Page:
D.C. Pastors Argue to Let Voters Decide on Gay Marriage

Pastors and other traditional marriage advocates made arguments on Wednesday in support of allowing voters in Washington, D.C., to decide on whether to recognize same-sex marriages performed elsewhere.

"The people of the District of Columbia should have the right to determine how marriage will be recognized in their district," said Brian Raum, senior legal counsel of the Alliance Defense Fund.

Raum contended before the D.C. Board of Elections and Ethics that a referendum would not violate the District's Human Rights Act, which prohibits discrimination against minority groups, including gays and lesbians.

Under D.C. law, referendums cannot violate the act, which was approved in 1977.

Arguing that the act does was never intended to extend to same-sex marriage, Raum said, "The issue before us is not whether same-sex marriage is good or bad policy, but whether who gets to decide this critical moral and social issue."

"The proponents believe the people should decide," he said, as reported by The Washington Post.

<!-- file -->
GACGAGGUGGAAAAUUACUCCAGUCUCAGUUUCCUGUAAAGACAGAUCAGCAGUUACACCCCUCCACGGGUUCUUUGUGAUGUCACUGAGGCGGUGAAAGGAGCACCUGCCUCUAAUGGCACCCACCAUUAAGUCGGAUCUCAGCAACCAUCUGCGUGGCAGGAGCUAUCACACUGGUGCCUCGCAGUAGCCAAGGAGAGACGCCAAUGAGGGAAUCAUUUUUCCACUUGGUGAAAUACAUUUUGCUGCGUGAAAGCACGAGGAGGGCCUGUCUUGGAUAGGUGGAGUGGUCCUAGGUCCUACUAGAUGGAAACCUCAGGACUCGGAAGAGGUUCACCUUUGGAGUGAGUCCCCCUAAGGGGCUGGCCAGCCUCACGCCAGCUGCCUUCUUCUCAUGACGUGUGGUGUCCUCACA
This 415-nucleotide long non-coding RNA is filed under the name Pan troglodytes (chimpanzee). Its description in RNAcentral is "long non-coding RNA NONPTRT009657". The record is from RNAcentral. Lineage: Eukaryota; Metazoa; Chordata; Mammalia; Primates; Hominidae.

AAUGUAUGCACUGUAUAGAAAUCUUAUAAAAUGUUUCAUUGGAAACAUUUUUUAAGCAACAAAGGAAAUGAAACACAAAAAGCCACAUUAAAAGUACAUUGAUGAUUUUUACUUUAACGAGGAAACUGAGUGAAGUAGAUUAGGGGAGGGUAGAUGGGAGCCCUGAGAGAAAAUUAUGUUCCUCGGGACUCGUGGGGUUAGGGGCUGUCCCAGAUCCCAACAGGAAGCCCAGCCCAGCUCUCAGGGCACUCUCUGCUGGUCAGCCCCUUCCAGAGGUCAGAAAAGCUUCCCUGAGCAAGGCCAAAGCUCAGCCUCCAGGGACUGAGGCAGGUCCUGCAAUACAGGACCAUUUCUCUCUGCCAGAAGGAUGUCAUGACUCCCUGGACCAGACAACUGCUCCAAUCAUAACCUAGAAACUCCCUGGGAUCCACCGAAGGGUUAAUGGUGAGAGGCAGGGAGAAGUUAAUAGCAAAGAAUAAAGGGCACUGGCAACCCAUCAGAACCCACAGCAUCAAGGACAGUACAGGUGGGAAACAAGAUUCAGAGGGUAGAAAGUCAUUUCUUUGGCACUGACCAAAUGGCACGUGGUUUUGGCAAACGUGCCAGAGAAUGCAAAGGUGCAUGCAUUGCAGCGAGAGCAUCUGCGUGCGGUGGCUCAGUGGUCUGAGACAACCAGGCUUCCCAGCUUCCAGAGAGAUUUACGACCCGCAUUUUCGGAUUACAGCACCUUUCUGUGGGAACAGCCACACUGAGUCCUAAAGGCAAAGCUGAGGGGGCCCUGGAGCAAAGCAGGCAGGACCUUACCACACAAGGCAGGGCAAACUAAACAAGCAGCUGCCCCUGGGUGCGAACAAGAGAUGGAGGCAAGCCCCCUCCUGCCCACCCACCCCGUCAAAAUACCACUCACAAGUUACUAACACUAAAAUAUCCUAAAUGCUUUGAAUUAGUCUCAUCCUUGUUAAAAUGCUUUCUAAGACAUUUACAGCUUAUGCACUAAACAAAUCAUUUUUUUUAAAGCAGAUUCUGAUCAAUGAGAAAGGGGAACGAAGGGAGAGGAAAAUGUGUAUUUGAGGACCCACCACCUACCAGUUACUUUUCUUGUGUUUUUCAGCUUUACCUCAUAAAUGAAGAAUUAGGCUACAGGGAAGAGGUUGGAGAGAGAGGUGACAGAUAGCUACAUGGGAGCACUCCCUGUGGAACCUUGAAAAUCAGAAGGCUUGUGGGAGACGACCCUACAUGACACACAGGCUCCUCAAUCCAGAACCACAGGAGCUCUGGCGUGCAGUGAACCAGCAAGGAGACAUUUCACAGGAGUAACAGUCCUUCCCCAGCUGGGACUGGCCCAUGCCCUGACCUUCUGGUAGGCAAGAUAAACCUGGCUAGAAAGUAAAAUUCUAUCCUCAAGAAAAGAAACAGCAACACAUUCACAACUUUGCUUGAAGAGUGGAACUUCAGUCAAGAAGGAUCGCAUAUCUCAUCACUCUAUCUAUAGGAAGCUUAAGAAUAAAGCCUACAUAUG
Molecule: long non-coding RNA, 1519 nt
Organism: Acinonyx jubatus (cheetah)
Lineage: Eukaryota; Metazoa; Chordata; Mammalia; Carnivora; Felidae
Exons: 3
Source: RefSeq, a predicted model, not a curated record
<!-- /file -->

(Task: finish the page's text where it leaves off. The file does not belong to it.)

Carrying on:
Wednesday's hearing lasted four hours as proponents and opponents of a referendum made their case. Last month, the Washington, D.C. Council voted 12-1 to recognize same-sex marriages performed in other states. Traditional marriage supporters want voters to accept or reject the council's decision.

Leading the push for a ballot initiative is Bishop Harry Jackson of Hope Christian Church in Beltsville, Md., and a group of primarily African American ministers.

"I'm not against anybody's individual rights," Jackson said. "But I am against changing societal structure."

But taking the same-sex marriage legislation to the people for a vote "will give vent to public homophobia," said Philip E. Pannell, a Democratic Party activist, according to The Washington Post.

"Unfortunately, in our society, it is still acceptable in many polite circles to vilify and victimize gay, lesbian, bisexual and transgender people," he said.

The Rev. Dale Wafer of The Harvest church in Northeast Washington, however, stated that they just want the opportunity for the people to debate.

"All we are asking for is a public debate," Wafer said.

The same-sex marriage bill is being reviewed by Congress for approval. Meanwhile, a decision by the elections board on whether a referendum is appropriate for the ballot is expected Friday or early next week.

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